“I like to sit here for a moment,” I mutter as Edwin follows me out. “Here in the snow.”

Let the cold seep in. Let the cold break the silence. Let the cold take me away.

No more aches. No more hunger.


“Why don’t you eat?” The bobbing boy, Kevin, keeps on asking me as if my obvious answer wasn’t registering.

So, I repeat myself for the hundredth time, resting my blue paste-dipped fingers in the centre of the half-mudded paper, “I just forget to.” The preoccupation with constant worry about my surroundings, my breath, and my well-being, exhausts me and time sheds the day and the night. There are no minutes left to eat. Isn’t that obvious? Isn’t that a common structure of human behaviour? Some eat their feelings. Others starve them. I tend to starve mine.

“Plausible,” Kevin says in a middle of a thought as if still deliberating my answer. “But,” and then he pauses. “Plausible.” With that he returns to the assignment, drawing out his feelings, his thoughts, and the moment.

All about the fucking feelings, thoughts, pain, evaluation, understanding, and omission. Whatever the subject tends to take a hold of our artistic creation. I have no artistic aspiration, so I simply draw spirals and stab the paper to attack, to rage my frustration. The embodiment of a madman entrapped by his passion. A creator. An artist. I think we give too much merit to the word passionate. I can confess in this instant I am not feverish with passion. Rather it’s nurturing anger and worry. Worry whether my next breath will be my last. Whether my spleen will fight off the constant invading germs. Whether the bulging stone felt at the left lower quadrant of my stomach is a growing tumor, a cyst, an ulcer, or Crohn’s. Whether the twitch in my right eye is a result of iron deficiency. Whether my parents love me or whether they have left me here indefinitely. Whether the jingle in my head is real or a manifestation.

At least with all the worry, I stopped puncturing the paper and look over to Kevin’s drawings. There is one of a penguin. Another one of bright red lips. One of the noodles spilled out of a bowl. And then one drawing he purposely lays in front of me, the one of quaintly painted muffin in faint blue and purple. “Eat it,” he instructs, taunting me, and smiles as if being silly. He rips the paper into uneven halves, crumbles one half, then the other he hands it over to me. A dare.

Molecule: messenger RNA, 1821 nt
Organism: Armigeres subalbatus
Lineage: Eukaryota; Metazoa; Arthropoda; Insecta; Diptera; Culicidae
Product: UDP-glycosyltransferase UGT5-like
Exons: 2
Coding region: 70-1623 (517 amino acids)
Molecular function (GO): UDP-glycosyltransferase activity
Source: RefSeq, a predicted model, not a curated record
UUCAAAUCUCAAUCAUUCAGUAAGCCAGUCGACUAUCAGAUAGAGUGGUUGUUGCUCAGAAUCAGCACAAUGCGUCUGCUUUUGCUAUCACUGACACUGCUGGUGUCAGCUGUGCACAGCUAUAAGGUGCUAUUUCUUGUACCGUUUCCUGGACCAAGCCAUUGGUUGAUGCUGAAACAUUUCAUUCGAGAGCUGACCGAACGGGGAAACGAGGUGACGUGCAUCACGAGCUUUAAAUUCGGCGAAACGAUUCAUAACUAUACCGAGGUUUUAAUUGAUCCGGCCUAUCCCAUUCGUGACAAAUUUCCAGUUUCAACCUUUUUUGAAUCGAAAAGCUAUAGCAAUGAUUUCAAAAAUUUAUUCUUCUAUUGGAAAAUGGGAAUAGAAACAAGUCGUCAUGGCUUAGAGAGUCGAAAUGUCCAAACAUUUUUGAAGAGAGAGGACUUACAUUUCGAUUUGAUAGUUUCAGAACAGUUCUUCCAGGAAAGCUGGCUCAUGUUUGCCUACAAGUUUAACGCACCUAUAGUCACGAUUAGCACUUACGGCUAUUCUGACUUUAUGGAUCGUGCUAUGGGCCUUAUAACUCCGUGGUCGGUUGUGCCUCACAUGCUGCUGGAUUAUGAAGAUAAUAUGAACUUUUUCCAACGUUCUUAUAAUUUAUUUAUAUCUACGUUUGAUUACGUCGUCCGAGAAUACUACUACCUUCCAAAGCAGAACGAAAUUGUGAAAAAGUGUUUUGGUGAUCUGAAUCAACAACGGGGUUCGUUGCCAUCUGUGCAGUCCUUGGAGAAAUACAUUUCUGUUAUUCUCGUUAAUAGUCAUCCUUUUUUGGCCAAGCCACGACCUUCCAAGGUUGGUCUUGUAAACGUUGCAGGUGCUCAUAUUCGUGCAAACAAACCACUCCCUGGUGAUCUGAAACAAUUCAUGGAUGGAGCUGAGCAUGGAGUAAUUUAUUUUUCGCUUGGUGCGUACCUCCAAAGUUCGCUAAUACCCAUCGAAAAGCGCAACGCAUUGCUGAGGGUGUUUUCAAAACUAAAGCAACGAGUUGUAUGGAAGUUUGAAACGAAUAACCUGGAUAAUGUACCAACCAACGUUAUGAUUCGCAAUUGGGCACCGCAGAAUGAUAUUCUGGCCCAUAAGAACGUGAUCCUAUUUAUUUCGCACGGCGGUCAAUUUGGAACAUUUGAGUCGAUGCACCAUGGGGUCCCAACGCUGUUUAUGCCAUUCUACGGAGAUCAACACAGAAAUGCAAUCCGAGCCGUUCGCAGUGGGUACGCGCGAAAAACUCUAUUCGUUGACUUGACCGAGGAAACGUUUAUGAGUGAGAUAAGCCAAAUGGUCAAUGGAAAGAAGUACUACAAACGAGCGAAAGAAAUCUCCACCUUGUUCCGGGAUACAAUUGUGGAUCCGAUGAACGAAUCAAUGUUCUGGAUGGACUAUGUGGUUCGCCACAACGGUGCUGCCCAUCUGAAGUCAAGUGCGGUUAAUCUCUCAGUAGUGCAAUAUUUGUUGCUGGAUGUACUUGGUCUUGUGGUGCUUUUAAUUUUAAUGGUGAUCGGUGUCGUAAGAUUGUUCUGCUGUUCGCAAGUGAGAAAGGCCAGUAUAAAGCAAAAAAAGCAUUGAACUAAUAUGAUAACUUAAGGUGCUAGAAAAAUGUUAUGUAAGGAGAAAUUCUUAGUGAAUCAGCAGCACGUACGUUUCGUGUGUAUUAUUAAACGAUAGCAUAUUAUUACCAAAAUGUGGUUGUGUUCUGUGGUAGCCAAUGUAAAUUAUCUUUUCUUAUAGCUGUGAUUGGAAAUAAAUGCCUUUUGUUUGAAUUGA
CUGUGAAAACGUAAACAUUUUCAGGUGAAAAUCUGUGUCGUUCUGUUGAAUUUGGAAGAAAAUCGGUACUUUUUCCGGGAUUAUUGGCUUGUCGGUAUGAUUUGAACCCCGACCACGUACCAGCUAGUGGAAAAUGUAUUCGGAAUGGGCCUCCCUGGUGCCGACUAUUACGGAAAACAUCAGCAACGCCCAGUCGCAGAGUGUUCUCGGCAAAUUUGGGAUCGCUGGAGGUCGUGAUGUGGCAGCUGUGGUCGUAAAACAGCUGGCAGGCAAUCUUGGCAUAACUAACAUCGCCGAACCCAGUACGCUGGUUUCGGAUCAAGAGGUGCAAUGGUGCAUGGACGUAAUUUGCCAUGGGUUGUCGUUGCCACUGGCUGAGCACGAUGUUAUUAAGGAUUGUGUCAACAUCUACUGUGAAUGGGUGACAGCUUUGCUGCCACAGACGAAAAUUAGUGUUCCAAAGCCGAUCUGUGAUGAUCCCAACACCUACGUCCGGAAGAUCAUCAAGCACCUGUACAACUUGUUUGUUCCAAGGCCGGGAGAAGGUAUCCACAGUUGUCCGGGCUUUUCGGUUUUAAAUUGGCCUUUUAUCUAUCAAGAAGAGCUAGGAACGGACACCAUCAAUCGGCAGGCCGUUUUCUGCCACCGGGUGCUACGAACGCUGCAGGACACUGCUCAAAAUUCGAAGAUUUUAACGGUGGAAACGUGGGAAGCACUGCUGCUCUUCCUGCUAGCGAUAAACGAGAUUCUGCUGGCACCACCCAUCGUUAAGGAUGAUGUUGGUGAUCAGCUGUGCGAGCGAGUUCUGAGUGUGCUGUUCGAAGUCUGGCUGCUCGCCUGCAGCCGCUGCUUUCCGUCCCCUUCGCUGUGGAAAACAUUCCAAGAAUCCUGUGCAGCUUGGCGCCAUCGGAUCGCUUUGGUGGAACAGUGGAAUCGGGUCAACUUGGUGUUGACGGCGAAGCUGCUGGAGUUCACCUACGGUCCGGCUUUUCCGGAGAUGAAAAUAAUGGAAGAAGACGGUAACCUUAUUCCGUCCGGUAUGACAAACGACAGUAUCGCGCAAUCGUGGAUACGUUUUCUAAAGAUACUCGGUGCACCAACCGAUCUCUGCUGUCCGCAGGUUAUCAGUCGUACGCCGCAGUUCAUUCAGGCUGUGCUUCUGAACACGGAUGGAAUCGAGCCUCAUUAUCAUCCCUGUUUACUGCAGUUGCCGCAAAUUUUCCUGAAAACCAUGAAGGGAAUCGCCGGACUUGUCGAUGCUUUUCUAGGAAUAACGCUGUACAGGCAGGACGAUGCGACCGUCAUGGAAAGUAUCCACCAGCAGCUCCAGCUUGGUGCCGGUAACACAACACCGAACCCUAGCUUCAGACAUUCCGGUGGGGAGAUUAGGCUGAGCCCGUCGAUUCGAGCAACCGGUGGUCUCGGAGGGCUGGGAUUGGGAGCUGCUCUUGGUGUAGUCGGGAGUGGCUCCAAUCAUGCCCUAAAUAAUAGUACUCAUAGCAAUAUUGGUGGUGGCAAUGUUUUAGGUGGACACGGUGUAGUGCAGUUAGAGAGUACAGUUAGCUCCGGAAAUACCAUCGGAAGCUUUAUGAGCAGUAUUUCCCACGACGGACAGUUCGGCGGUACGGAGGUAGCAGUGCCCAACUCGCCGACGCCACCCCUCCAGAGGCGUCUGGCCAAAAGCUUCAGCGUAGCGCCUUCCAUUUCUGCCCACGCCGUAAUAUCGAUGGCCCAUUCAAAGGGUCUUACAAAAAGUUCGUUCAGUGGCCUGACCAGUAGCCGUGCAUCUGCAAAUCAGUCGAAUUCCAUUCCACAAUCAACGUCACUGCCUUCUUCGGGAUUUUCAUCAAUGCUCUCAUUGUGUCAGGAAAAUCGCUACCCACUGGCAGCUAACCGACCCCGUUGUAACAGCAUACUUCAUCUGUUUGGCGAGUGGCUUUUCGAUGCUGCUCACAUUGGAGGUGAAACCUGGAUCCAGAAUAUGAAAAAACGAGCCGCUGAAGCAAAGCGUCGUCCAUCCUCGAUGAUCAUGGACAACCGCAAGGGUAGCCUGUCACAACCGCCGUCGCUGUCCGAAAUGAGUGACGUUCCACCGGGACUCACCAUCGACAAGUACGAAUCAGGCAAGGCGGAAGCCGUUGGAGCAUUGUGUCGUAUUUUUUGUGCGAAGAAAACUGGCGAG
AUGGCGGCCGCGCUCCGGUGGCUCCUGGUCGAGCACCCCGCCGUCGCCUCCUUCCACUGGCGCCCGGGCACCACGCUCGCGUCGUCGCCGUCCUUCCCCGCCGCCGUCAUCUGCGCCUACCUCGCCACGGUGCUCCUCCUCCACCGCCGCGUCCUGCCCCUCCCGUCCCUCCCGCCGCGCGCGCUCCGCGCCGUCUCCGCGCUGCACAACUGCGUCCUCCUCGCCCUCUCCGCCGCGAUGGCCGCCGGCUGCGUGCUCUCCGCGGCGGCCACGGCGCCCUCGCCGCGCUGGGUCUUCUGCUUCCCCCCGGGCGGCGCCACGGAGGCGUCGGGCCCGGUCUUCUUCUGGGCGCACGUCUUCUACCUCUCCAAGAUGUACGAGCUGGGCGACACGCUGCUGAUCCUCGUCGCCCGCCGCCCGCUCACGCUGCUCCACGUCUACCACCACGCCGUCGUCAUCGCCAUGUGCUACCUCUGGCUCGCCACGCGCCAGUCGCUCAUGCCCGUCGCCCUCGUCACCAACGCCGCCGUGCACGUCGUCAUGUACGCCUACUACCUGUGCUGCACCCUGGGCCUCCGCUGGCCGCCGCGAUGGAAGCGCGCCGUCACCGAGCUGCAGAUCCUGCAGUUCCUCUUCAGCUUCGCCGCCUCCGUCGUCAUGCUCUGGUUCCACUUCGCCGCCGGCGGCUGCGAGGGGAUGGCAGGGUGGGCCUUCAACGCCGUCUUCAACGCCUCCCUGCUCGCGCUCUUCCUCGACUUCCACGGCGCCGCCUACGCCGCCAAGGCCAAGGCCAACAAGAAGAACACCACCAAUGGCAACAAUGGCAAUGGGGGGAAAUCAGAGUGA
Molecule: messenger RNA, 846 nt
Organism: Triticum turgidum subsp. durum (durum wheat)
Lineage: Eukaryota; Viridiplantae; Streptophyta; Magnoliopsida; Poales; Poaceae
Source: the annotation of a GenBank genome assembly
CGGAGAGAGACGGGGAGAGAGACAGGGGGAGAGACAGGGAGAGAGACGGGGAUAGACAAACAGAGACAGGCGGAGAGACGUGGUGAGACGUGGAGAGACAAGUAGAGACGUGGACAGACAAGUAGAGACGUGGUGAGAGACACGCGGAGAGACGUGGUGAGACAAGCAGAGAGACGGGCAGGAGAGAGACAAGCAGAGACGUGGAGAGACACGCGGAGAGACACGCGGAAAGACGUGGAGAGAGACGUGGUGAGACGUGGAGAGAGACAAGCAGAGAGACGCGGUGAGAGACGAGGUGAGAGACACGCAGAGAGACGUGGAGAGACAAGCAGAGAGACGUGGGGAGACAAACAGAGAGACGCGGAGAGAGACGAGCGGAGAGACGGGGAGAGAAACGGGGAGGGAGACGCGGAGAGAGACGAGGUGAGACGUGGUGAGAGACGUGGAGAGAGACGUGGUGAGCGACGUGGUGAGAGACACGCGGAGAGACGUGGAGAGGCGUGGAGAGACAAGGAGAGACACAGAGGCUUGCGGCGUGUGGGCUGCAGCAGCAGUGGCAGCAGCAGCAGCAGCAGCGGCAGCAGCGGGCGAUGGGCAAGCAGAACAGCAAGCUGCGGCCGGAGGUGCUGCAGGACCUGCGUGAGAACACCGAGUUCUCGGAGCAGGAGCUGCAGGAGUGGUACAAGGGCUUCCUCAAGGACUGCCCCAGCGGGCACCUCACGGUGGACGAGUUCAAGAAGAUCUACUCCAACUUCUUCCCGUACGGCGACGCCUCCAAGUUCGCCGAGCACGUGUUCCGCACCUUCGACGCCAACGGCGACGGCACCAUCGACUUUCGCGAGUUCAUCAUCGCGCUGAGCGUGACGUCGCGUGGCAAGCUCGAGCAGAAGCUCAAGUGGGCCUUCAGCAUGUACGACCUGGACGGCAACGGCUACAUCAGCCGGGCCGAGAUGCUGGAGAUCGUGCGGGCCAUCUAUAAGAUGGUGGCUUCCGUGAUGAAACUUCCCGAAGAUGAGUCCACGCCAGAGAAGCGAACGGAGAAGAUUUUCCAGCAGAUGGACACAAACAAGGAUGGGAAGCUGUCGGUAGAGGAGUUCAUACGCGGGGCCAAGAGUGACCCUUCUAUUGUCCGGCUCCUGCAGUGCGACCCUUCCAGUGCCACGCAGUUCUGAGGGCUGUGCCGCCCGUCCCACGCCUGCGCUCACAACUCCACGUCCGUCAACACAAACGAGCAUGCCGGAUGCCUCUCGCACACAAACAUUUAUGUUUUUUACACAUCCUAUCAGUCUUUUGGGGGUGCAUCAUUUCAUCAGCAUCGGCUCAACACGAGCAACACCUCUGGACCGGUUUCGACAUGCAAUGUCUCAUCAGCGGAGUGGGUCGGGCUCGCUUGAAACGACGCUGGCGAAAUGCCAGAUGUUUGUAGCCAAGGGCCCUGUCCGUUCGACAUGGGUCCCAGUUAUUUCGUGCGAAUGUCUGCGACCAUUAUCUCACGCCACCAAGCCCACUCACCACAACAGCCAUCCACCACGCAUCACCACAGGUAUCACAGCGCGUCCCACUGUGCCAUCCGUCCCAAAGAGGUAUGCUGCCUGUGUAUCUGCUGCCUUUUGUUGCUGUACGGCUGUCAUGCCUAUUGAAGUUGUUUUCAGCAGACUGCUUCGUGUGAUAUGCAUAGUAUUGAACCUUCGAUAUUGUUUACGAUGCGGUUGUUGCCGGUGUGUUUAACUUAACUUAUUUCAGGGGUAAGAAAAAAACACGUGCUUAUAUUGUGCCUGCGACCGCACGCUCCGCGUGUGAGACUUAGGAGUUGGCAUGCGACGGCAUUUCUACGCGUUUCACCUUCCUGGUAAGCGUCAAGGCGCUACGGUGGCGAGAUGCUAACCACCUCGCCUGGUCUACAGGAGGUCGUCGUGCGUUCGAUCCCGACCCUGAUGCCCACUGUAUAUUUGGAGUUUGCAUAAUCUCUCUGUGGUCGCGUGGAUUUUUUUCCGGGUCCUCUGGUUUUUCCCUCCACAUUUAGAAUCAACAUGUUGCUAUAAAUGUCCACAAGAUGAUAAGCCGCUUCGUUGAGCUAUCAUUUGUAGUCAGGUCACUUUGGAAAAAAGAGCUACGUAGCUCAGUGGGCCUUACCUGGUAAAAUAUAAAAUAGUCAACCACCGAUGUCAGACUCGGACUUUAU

Before I take a moment to register my next move, Kevin shoves the ball of paper he was holding into his mouth and starts chewing, chewing to a point that it becomes a mush in his mouth. Liquefied and pulpy mass of white, grey, blue, and purple begins to seep out of his mouth, down to his chin and his neck, dripping to the table and onto a blank piece of paper. “Eat your art,” and begins to laugh as if he held some inner joke that no one was exposed to. “Taste your feelings,” and he hoots another howl of laughter.

The thought of tasting your feelings seems an appetizing concept. I crumble the other half of half torn image of the muffin and shove it into my mouth. My mouth begins to water and I suck in my stained saliva. The taste is horrendous and I gag. I spit the ball of paper out of my mouth. Quickly followed by an empty vomit as there is no feeding to purge. I haven’t eaten a full meal in days. Maybe a nibble here and there when I’m reminded to do so. Hunger seems to not exist in the state of worry. My mind switched off such gut communication. The brain-gut link severed. Maybe permanently. If only I could stop to exasperate. The thought that my tongue will swell and I will choke. The final consequence of my life, a self-inflicted poison. But the occupational therapist doesn’t seem to be preoccupied with that concern. After all, it’s flour, salt, water, and food colouring. Can’t go wrong with homemade paint, as if permitting me to gulp it without worry. However, she doe notice me gagging and attempting to vomit.

“Kevin, Jesus!” She exclaims and that prompts Kevin to laugh. She rests on my side and leans down to see if I’m okay. Turns to Kevin and sternly orders, “Please take a break.” Then turns to me and softly asks, “Jacob, why do you always listen to him?”

“I thought it was funny.”

“Vomiting isn’t funny.”

My demeanour changes as the weight of my wrongdoing sets in. “No, it isn’t,” I add somewhat deflated and guilty. “But, it’s better than smoking.”

She smiles, “Clever.”

But I don’t feel clever. If anything I feel horrendous, like the ball of paper and paint in my mouth. Disgusted and worried. “Will I die?” I ask.

“No,” and she squeezes my shoulder as if to reassure me. “Just let me know if you’re feeling sick.”

“Okay,” I say holding my stare with hers. She has kind eyes and she’s pretty. And then I worry. Have I looked at her for too long? Am I being weird? Am I creeping her out? Am I making her uncomfortable? Can she tell what I’m thinking?

The new set of worries begins.

© Jacob Greb — 2022

return to Story Teller

Leave a Reply

Fill in your details below or click an icon to log in: Logo

You are commenting using your account. Log Out /  Change )

Facebook photo

You are commenting using your Facebook account. Log Out /  Change )

Connecting to %s

This site uses Akismet to reduce spam. Learn how your comment data is processed.